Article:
NAVS recently had the opportunity to speak with Dr. Reyk Horland, Vice President of Business Development at TissUse. TissUse is leading the development of organ chips that can link to one another to create “human-on-a-chip” (aka “body-on-a-chip”) models. These models have the potential to significantly reduce and replace animal use in scientific research.
Dr. Horland was excited to give NAVS the inside scoop about what TissUse is calling “HUMIMIC Chips.” Here is what he had to say about their powerful in vitro models.
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NAVS: In science, many models are often available to answer research questions. What other models are commonly used by researchers in your field to address similar scientific questions, and how did these models lead you to conceive the HUMIMIC Chip?
Dr. Horland: Historically, animal models as well as simple 2D cell culture have been and are still being used for many research questions in our field. Three-dimensional (3D) cell culture models were the next step to more closely emulate in vivo functions of organs and tissues. Microphysiological systems (MPS) are in many ways the logical continuation of 3D models, as they try to mimic the organ/tissue microenvironment even closer by including flow and mechanical cues to the cell culture system. In parallel, in silico methods have been developed based on an abundance of historical data sets. We believe that combining MPS technology with in silico methods will deliver a highly complementary solution capable of reducing and/or replacing many current animal tests.
NAVS: What advantages do you think your HUMIMIC Chip models have over other currently available models?
Dr. Horland: MPS models in general aim to mimic specific functions of organs as closely as possible to their original counterpart. This allows the generation of highly predictive data sets but very often comes at the cost of throughput. Therefore, one needs to carefully consider how much complexity is required from a model in order to answer a specific research question…At TissUse we also went one step further and focused our efforts on the development of a multi-organ solution capable of emulating the systemic arrangement and interactions of multiple organ models….In our experience in working with single and multi-organ models we very often see what Aristotle coined as “the whole is greater than the sum of its parts.”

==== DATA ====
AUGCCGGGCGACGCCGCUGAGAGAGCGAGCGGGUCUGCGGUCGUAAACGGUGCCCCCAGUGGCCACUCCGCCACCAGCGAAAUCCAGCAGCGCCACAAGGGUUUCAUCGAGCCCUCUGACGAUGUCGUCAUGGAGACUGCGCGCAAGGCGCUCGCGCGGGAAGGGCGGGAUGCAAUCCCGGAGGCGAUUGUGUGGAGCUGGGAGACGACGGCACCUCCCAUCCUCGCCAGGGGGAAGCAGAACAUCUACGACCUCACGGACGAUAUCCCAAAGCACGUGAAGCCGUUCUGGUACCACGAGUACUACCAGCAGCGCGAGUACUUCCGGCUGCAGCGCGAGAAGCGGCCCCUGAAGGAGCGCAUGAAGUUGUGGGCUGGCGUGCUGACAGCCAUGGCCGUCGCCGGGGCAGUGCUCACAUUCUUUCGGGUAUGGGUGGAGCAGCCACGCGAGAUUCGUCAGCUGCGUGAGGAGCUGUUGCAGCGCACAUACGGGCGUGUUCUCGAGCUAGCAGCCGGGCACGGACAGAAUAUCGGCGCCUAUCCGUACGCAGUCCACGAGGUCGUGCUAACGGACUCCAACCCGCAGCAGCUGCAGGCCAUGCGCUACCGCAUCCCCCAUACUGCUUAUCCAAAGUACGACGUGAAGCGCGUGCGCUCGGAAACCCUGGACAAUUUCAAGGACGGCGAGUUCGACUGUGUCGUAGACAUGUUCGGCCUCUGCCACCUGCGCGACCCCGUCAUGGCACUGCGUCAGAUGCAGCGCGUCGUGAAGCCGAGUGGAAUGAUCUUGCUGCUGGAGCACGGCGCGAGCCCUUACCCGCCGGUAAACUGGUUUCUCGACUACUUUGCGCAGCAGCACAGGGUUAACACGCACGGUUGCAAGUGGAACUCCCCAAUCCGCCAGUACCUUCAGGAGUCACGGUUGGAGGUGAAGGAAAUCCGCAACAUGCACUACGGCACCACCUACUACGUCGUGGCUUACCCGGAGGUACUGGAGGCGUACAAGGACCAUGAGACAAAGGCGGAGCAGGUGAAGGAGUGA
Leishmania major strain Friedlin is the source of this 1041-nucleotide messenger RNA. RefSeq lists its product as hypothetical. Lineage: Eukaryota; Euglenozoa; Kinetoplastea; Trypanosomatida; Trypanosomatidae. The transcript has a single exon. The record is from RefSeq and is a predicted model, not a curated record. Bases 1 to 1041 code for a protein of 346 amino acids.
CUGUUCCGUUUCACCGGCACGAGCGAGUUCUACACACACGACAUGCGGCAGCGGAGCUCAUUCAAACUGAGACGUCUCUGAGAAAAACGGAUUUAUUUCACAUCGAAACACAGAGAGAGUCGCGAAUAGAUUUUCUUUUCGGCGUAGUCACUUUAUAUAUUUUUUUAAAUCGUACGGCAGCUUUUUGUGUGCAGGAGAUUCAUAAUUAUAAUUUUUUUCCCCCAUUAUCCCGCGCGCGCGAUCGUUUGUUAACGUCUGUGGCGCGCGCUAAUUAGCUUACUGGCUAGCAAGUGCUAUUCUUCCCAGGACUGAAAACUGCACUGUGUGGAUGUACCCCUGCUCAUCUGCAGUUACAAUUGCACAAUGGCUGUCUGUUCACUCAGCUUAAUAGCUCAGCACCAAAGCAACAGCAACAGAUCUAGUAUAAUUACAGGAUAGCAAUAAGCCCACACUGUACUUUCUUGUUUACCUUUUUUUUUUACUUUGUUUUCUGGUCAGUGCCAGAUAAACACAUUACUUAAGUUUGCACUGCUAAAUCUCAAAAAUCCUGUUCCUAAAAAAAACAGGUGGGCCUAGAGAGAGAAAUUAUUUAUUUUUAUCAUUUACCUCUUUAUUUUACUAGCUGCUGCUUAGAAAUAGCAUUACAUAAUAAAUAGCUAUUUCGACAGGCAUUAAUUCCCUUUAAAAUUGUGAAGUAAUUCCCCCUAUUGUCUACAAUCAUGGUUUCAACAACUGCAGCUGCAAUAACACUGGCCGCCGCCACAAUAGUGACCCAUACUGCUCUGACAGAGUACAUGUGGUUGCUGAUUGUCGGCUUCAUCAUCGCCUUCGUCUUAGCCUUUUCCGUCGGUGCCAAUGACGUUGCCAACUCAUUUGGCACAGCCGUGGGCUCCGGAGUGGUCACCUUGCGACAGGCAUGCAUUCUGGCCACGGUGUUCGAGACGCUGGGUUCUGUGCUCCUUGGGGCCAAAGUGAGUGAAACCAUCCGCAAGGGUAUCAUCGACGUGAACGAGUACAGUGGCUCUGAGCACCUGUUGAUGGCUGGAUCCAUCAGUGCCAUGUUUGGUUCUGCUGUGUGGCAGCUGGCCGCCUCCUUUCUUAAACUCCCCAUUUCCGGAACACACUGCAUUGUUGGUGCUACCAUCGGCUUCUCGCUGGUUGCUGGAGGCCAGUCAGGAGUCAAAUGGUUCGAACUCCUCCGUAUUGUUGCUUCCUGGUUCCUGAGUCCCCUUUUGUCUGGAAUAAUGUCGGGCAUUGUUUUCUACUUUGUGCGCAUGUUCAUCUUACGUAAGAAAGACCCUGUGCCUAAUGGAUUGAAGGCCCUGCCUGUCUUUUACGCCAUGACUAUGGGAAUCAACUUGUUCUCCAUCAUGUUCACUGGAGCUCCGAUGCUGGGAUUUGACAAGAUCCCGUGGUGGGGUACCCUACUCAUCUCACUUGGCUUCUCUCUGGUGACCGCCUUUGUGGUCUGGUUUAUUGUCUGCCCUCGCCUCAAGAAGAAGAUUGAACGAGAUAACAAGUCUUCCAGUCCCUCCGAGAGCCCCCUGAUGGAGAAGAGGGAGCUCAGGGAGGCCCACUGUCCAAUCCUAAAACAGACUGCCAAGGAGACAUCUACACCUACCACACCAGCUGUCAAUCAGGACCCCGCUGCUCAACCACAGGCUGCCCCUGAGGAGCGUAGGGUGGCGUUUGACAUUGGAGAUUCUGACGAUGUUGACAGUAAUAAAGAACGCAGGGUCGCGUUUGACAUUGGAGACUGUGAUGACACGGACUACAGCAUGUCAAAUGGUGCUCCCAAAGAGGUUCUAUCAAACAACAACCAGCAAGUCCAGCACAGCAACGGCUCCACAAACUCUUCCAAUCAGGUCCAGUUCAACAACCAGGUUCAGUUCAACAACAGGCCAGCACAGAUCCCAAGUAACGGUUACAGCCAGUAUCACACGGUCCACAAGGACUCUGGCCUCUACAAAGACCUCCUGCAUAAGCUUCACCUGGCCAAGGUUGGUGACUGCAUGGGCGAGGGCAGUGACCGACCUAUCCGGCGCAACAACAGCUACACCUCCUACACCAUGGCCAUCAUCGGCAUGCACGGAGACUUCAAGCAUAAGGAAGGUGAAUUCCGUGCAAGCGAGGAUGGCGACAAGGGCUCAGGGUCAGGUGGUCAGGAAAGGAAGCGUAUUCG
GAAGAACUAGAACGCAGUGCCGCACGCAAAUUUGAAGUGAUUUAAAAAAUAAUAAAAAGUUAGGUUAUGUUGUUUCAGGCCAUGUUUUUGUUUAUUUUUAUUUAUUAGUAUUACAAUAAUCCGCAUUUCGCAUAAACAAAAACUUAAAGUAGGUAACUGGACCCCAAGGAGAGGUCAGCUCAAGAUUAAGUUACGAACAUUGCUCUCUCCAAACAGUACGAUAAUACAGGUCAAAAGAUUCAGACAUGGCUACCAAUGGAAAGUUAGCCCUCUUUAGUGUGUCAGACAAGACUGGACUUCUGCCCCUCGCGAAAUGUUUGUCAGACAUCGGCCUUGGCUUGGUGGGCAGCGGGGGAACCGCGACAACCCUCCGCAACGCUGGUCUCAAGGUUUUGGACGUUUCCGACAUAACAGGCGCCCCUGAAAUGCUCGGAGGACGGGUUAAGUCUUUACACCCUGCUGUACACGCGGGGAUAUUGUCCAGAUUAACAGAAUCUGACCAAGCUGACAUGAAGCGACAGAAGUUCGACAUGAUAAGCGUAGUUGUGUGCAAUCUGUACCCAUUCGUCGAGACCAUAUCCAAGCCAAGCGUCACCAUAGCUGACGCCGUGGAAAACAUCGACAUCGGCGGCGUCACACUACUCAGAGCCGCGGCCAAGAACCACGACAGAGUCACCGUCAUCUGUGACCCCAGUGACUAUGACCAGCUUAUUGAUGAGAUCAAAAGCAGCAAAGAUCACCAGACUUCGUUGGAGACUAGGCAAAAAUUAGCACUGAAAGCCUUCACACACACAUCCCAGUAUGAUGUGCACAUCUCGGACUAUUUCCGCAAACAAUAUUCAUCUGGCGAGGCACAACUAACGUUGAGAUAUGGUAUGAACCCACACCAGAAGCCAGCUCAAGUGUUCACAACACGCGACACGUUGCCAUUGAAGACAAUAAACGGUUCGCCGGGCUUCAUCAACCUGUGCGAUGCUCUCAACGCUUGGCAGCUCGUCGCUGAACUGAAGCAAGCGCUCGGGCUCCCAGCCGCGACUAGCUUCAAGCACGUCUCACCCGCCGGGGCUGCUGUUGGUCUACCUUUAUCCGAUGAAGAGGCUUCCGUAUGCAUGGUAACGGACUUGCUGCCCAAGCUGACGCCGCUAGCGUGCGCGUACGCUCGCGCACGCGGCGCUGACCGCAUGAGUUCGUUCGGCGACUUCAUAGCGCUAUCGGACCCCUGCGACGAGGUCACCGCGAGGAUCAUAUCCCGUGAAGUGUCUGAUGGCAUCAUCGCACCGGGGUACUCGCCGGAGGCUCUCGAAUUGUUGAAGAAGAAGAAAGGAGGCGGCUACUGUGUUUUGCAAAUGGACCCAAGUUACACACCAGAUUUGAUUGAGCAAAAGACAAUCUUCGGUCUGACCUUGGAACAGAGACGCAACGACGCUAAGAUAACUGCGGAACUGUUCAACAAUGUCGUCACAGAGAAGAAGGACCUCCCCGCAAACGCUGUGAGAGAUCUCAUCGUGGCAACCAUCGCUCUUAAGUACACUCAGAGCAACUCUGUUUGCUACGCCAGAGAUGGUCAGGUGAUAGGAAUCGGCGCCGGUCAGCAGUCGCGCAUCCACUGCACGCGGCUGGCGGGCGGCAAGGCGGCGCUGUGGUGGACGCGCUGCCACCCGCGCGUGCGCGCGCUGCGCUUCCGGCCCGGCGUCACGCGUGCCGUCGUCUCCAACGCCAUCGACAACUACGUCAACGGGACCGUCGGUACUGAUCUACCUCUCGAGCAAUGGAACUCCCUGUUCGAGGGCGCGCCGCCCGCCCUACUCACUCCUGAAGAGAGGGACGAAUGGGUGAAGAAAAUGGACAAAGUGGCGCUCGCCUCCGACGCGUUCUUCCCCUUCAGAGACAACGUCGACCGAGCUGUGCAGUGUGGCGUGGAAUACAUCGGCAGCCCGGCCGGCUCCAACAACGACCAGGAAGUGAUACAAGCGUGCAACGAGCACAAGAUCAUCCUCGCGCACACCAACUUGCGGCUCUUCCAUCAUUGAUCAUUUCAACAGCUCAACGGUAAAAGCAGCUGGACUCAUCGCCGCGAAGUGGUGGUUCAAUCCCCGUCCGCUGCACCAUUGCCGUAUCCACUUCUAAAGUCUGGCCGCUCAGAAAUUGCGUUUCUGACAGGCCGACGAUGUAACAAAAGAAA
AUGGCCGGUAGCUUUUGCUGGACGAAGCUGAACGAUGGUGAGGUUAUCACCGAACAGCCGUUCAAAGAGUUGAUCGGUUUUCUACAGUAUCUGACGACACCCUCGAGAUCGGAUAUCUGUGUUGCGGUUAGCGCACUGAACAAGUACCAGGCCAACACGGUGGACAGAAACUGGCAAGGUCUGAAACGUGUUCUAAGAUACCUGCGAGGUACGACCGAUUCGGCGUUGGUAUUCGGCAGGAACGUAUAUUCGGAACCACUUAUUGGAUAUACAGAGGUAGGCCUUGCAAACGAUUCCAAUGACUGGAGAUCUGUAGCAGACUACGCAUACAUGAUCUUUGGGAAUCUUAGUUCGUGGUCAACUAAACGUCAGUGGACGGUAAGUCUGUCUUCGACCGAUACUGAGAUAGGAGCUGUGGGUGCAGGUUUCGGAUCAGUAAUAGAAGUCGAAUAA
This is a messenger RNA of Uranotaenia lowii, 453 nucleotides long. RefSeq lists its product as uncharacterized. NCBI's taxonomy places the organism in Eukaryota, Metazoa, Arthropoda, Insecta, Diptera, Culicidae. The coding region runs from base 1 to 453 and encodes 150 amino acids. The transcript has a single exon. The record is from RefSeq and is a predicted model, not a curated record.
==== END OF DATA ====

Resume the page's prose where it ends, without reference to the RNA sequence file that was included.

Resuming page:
NAVS: Can you describe your models in more detail?
Dr. Horland: There are currently three different chip types commercially available. They can be cultivated [with two, three or four organs] in a common microfluidic circuit. The chips are designed with full flexibility in mind. At present, [researchers] can select from 16 established human organ models and nine established organ combinations to be used in the chips.
The next generation chip design under development will integrate 10+ different organ models on one chip. These body-on-a-chip, or universal physiological templates (UPT), should be capable of generating highly predictive data, even aiming to substitute phase I/II clinical trials. It should also allow for the establishment of patient-on-a-chip models for personalized medicine approaches.
NAVS: Is data from your model more likely to predict what happens in humans than data from animal models?
Dr. Horland: A crucial part of the development process of every MPS-based assay is to benchmark it against either data from animal models or clinical trials. There are already a number of cases where it is possible to generate highly predictive data using MPS-based assays…This very encouraging data gives us confidence that MPS-based assays are already contributing to patient and animal welfare while further development in the field has the potential to ultimately lead to a full paradigm shift in the testing of drug candidates, chemicals, cosmetics ingredients and food.
NAVS: How may HUMIMIC Chips replace or reduce animal testing?
Dr. Horland: Microphysiological systems (MPS) will contribute to the reduction of laboratory animal testing in drug development [when MPS-based safety or efficacy tests show a candidate drug should not proceed] to its preclinical animal testing in the pharmaceutical industry. Early adopters of this technology in the pharmaceutical industry are actually already very close to achieving this. In a long-term vision, human MPS-based assays could potentially replace patient-derived xenograft animal models as well as newly developed humanized laboratory animal models.
Finally, MPS technologies can challenge the widespread use of laboratory animal models in basic and applied research. We are already seeing a large number of laboratories worldwide using human MPS tools instead of implementing new [genetically modified] animal models to discover the truth about human biology, invent new medicines or develop sustainable food.